I have no problem at all with RenEx machines; it’s quality stuff! But the smooth turn around that Josh speaks of is important only under the *very* narrowly focused SuperSlow protocol. If you ever stray away from that — which, of course, I think people should — then RenEx machines become far less effective. Or at least, their advantage has been nullified. Hell, we even employ some SuperSlow Systems machines at Efficient Exercise. To use a metaphor, it’s not that the mallet is any “better” than the chisel — what matters is selecting the right tool for the job at hand.

            I’ll be happy to answer any other criticisms/questions. I just don’t want this to turn into a pissing match because, really,there’s no need.

  3. With free weights or machines, the load on your body is determined by geometry, mechanics, and the size of the weight or weight stack, and the variation in load through the ROM doesn’t necessarily match your capabilities. But you do get immediate feedback on what your output/effort is relative to the load If your output exceeds the load, the weight moves up. If your output is below the load, the weight falls. To the extent you can control the movement, you can primarily vary the speed by modulating the difference between output and load.

    With the ARX, the speed of movement is fixed, and the output is strictly under your control, since the force generated is entirely determined by how hard you make your muscles contract. So in theory, the resistance curve is perfect. But isn’t it only perfect in practice if you can exert the same degree of effort or engagement throughout the full ROM? So how difficult is it to acheive that in practice….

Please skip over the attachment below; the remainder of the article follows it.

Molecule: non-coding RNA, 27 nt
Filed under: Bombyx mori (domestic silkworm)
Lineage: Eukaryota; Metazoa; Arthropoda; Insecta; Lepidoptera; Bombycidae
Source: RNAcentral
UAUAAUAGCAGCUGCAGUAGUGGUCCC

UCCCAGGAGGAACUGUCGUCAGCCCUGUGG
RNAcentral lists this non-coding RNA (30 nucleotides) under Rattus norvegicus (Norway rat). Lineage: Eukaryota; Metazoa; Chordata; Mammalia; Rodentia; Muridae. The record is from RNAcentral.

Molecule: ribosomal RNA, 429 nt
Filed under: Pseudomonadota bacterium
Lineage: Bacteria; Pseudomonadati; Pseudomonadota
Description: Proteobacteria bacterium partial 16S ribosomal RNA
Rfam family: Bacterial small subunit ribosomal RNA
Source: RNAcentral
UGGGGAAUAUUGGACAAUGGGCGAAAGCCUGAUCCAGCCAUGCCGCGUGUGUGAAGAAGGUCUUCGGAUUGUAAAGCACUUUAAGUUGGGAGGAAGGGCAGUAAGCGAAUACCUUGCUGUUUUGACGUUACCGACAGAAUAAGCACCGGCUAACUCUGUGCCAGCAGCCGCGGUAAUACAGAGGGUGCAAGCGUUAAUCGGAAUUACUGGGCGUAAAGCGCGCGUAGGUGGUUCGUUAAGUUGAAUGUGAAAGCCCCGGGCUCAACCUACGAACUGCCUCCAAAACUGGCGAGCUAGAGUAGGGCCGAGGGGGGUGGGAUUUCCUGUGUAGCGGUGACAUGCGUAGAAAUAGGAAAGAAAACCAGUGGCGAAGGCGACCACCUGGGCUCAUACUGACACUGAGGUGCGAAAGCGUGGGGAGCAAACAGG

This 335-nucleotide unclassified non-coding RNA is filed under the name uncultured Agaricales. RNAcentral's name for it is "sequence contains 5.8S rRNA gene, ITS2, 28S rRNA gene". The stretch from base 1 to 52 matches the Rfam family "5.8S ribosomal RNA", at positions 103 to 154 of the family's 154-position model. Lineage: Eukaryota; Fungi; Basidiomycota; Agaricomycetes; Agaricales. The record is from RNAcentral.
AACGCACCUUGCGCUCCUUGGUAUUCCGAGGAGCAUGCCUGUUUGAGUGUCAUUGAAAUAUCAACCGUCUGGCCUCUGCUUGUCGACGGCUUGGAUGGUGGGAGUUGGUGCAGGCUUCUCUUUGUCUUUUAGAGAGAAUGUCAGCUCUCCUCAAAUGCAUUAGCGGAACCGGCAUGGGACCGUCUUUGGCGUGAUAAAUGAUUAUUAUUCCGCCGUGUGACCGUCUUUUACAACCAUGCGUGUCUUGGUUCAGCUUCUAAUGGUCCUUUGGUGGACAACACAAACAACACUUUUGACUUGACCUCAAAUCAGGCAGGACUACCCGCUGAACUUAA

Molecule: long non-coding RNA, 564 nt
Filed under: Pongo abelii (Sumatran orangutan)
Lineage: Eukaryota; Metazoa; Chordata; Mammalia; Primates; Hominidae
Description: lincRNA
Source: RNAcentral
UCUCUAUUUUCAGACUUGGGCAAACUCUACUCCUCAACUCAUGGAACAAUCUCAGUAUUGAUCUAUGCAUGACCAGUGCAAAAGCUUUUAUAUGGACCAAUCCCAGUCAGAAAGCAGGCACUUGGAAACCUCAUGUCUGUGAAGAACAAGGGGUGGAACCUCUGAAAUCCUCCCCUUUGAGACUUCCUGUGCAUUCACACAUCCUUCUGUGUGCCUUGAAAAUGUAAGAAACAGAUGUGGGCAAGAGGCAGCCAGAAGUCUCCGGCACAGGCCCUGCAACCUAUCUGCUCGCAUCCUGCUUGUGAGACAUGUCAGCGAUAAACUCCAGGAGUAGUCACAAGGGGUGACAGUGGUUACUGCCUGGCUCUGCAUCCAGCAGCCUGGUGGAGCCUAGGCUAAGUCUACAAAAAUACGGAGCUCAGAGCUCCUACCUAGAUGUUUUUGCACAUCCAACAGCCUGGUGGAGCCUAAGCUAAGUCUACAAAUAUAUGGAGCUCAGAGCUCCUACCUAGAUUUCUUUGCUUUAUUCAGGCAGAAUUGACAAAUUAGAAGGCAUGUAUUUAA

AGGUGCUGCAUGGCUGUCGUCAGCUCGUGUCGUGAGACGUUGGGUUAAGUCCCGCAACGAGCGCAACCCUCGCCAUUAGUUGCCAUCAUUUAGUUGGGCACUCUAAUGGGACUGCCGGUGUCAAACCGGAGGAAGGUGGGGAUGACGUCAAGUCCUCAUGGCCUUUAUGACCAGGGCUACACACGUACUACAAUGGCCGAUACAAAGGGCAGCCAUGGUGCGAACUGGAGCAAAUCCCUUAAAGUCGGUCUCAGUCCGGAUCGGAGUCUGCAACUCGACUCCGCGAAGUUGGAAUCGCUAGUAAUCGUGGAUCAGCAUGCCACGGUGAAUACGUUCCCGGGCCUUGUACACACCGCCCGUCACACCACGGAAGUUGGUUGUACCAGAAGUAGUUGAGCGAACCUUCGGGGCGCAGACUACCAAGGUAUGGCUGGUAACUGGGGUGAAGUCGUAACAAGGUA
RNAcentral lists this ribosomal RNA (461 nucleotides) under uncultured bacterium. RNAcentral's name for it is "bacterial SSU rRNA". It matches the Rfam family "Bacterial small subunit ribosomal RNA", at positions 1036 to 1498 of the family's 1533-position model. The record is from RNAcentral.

• Yes, you are correct in that the ability to generate “intensity” (for lack of a better term) is key. In fact, this is key with any movement/modality, especially those targeting instantaneous or repeated power output. Top-of-the-foodchain athletes are, of course, very adept at this. Many of my clients do have to learn to express this ability, and there is a vast spectrum of ultimate ability here. No surprise. For instance, I can perform 3 repititions of an ARX movement and be totally shot, whereas a new trainee may be able to perform 2 sets of 5 and still have some left in the tank. A real advantagento the ARX in this instance is that I can teach instantainious and sustained intensity without fear of dropping weights, bad form, or worse. On the other sidemof the spectrum, and advanced trainee can go balls-out without worrying about those same negative consequences. Again, it’s not the only tool — but it is one hellova tool to have in the workshop.

  4. In the above response you mention that you rarely do back squats. Can you explain why? I was surprised by this as I assumed it would be a staple of your programming.

    • It’s quite simply this: I get plenty of quad-specific stimulus *for my specific goals* from other exercises (deadlifts, squat cleans, sprinting, fixed-speed cycling, some RFESSing, etc.). This is in no way to dismiss the effectiveness of the squat, but rather it’s ROI relative to my goals. If I were a bodybuiler or powerlifter, things would for sure be different.